Raising a gifted child presents a unique challenge to parents. Many aspects of parenting need to be adjusted for the gifted child including not only education, but also discipline and motivation as well. Most people think of discipline as being a punishment, but it actually means to teach. Discipline should serve to teach your child to do the right thing and not necessarily to punish bad behavior. With the gifted child, the carrot often works better than the switch.
Rewarding good behavior is a very effective form of motivation . Children love to be praised and told they are valuable in the family or in any group. Giving a positive reinforcement after a child performs a task is a very effective tool to get children to want to do better in the future, even if no reward is given at a later date. Rewards need not be given every time the child performs well; rather, they should be given on a set or variable schedule. The variable schedule usually gets better results in encouraging good behavior, however, gifted children may perform better on a schedule. For example, during the school week, children may get rewarded for the week on Friday and will need this consistency.
There is such a thing as too much praise and reward. If a child is rewarded for every good thing they do, the motivation soon loses its value. Suddenly the child expects a reward every time they get a good grade or behave well and when they can't be rewarded will become upset. Verbal and small rewards will not be less motivating if the child is often rewarded too heavily. This is another reason rewards should be built up and earned over time.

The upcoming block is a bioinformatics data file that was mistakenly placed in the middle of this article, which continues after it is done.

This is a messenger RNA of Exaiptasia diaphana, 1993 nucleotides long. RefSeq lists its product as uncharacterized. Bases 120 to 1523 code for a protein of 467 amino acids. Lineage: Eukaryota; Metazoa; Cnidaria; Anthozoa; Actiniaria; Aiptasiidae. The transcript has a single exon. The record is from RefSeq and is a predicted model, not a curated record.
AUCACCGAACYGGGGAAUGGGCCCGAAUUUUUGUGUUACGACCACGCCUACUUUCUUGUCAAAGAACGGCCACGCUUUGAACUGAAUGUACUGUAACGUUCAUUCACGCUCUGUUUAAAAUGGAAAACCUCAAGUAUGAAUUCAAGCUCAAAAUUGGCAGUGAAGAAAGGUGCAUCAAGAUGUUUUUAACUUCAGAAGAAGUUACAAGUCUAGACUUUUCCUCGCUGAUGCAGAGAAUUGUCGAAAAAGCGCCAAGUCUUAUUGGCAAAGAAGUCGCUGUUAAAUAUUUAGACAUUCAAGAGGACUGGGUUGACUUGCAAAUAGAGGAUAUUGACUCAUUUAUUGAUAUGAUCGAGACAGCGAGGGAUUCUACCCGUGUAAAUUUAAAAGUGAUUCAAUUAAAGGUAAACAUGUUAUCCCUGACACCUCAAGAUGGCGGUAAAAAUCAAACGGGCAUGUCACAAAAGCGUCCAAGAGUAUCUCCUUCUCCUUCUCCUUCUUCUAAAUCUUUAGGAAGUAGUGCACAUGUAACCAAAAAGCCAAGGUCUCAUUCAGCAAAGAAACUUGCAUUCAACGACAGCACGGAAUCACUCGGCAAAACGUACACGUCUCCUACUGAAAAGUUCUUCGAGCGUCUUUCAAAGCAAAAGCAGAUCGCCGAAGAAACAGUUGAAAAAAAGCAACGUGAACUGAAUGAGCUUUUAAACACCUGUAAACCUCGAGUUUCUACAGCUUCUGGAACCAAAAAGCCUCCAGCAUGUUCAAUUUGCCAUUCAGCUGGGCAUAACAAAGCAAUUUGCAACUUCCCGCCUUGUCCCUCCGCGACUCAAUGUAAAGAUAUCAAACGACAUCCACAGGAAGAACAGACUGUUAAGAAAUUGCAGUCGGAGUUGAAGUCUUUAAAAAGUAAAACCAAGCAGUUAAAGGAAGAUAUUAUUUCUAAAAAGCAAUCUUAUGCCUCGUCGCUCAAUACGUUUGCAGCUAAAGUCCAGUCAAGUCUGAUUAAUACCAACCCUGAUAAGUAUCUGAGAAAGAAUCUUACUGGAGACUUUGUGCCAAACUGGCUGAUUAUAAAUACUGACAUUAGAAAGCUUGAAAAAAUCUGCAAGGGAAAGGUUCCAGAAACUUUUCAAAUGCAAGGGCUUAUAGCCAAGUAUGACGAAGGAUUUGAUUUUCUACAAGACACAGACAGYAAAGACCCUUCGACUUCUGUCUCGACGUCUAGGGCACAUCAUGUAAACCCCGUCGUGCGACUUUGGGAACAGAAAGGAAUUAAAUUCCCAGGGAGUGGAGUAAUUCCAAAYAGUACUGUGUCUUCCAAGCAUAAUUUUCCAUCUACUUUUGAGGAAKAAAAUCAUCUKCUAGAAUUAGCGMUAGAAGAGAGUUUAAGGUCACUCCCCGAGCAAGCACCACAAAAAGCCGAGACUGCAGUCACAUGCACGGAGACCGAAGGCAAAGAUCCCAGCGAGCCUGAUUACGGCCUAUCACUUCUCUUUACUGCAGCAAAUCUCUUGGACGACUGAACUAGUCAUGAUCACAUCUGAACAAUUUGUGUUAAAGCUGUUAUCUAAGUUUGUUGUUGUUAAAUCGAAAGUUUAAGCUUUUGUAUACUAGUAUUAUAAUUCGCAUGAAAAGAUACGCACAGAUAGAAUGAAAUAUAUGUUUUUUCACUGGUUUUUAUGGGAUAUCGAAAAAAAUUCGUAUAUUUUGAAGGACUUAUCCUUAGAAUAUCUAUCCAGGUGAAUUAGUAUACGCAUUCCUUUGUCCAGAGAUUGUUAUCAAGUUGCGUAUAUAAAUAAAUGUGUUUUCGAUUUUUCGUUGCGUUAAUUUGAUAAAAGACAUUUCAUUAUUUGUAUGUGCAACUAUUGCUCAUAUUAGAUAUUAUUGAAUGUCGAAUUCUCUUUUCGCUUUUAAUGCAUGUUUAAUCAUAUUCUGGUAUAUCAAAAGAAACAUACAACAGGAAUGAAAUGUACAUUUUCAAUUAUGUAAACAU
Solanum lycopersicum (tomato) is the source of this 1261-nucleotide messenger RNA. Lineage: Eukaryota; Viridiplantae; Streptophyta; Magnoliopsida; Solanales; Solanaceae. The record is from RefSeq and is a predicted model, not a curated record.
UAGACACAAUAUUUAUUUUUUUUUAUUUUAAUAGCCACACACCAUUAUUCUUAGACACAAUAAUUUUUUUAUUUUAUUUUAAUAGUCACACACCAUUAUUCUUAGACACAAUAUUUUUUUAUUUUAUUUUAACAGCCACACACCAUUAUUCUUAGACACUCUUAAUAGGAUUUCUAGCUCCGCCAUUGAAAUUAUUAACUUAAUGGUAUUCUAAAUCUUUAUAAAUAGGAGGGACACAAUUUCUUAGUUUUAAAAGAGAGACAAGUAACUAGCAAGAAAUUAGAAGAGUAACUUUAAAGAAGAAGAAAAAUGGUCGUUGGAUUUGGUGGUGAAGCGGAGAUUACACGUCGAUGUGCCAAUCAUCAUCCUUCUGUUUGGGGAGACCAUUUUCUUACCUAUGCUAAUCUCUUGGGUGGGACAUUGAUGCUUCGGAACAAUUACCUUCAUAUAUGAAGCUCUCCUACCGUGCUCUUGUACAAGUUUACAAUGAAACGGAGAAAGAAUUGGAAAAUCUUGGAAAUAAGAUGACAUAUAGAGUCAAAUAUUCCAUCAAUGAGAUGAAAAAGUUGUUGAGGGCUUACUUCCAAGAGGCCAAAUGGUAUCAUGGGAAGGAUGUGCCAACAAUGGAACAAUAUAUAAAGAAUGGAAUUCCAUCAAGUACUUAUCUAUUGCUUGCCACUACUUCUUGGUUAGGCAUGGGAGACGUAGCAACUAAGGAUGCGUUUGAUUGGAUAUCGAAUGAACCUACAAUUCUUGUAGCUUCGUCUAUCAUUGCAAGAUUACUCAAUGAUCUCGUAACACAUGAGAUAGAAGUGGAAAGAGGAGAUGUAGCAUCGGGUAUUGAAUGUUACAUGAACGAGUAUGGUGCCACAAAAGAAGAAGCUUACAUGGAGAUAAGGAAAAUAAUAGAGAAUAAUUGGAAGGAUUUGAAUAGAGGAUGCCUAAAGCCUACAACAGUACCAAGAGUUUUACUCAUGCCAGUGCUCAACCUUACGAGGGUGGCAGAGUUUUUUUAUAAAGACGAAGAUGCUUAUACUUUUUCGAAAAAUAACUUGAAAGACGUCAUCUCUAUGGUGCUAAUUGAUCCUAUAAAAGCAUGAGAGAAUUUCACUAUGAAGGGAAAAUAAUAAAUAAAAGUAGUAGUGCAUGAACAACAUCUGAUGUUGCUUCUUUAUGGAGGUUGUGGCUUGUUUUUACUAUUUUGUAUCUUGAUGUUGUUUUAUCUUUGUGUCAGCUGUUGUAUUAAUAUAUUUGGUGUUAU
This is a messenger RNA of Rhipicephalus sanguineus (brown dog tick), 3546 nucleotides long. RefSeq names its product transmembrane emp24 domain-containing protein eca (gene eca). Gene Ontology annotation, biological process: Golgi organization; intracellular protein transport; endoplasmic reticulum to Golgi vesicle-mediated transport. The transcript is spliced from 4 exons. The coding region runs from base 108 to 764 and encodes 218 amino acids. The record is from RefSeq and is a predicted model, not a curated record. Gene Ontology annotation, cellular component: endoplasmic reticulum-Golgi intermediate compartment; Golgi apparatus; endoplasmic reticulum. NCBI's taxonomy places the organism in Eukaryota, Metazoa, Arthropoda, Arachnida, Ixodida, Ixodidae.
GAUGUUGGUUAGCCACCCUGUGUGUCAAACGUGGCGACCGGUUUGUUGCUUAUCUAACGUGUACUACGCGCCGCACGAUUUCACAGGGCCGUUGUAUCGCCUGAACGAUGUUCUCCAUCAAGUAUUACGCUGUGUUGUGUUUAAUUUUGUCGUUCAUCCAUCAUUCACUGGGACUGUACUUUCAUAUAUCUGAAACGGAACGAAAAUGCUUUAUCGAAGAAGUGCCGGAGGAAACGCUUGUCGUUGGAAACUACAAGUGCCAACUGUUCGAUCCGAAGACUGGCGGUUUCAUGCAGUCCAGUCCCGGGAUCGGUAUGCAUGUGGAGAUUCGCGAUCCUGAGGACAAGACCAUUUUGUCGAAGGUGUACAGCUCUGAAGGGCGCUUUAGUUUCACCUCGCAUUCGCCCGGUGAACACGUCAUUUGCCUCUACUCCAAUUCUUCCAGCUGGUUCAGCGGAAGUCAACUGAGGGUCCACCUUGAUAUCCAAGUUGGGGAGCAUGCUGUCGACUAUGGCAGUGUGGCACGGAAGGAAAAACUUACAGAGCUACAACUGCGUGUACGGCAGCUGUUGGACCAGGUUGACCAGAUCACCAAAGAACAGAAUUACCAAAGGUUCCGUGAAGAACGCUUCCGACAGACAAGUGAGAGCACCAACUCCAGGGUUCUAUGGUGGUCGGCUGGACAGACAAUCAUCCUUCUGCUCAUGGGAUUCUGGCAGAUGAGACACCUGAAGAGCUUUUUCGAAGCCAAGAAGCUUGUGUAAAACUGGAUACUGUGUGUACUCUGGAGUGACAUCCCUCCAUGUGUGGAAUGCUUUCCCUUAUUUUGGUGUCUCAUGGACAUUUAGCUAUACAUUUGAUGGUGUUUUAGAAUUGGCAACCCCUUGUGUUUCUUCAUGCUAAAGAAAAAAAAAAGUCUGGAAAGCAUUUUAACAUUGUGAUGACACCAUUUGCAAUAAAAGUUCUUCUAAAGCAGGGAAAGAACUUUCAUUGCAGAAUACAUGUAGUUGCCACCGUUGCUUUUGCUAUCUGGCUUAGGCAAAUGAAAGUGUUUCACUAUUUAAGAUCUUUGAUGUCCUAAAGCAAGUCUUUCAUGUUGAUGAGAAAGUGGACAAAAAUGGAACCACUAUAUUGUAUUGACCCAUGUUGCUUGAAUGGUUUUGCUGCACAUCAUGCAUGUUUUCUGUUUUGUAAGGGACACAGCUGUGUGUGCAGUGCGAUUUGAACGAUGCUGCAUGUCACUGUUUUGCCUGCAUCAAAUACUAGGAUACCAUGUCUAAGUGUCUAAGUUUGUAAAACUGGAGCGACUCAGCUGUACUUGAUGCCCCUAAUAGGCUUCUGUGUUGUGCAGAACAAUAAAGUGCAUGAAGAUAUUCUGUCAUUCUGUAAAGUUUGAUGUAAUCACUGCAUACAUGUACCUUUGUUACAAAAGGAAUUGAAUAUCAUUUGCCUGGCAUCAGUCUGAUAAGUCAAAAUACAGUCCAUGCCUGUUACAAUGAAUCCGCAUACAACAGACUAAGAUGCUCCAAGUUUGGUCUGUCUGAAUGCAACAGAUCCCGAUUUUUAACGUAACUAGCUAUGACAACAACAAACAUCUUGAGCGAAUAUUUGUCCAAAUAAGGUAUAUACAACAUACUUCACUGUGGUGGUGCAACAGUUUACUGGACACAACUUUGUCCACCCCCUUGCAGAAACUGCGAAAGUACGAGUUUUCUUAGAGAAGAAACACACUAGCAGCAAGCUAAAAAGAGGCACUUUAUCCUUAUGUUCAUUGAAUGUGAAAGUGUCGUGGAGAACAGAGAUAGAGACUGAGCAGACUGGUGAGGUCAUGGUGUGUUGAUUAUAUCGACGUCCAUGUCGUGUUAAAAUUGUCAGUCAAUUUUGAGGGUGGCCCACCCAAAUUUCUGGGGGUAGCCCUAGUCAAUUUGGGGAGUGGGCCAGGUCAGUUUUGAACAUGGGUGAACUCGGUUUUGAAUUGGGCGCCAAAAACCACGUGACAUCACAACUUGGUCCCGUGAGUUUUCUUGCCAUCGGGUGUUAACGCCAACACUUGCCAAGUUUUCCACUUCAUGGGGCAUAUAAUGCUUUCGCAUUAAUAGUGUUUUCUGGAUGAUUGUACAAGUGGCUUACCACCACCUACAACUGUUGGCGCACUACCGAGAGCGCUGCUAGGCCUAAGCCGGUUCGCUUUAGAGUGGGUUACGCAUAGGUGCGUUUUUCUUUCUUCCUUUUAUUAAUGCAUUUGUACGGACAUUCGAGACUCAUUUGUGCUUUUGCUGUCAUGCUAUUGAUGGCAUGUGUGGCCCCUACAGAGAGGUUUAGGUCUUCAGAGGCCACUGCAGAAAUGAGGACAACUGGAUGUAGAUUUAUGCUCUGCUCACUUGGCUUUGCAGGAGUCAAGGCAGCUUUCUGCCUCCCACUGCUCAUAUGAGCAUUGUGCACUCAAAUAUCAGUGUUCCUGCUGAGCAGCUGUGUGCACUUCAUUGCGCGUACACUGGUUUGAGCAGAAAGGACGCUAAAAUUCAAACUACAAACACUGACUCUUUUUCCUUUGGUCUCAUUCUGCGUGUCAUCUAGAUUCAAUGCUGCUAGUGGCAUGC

Rewards do not have to be elaborate or expensive. A verbal praise of a job well done is sufficient for most children. Gifted children can be very sensitive, so even telling a child that he or she did well will boost their self-esteem and confidence. Gifted children also tend to be perfectionists always wanting to do better and outperform the last time. Praise will teach them that they did a good job, even if they think they could have done better.
This isn't to say that a child should never be punished. If a child has purposely hurt someone or something then they need to be taught that there are consequences to their actions. Punishment should teach the child that there are repercussions and negative behavior will bring about negative consequences. Because gifted children tend to be sensitive, punishments may not need to be as harsh as they normally would. The child will know he has hurt his parents and that will serve to be a far greater punishment than what his parents could give him.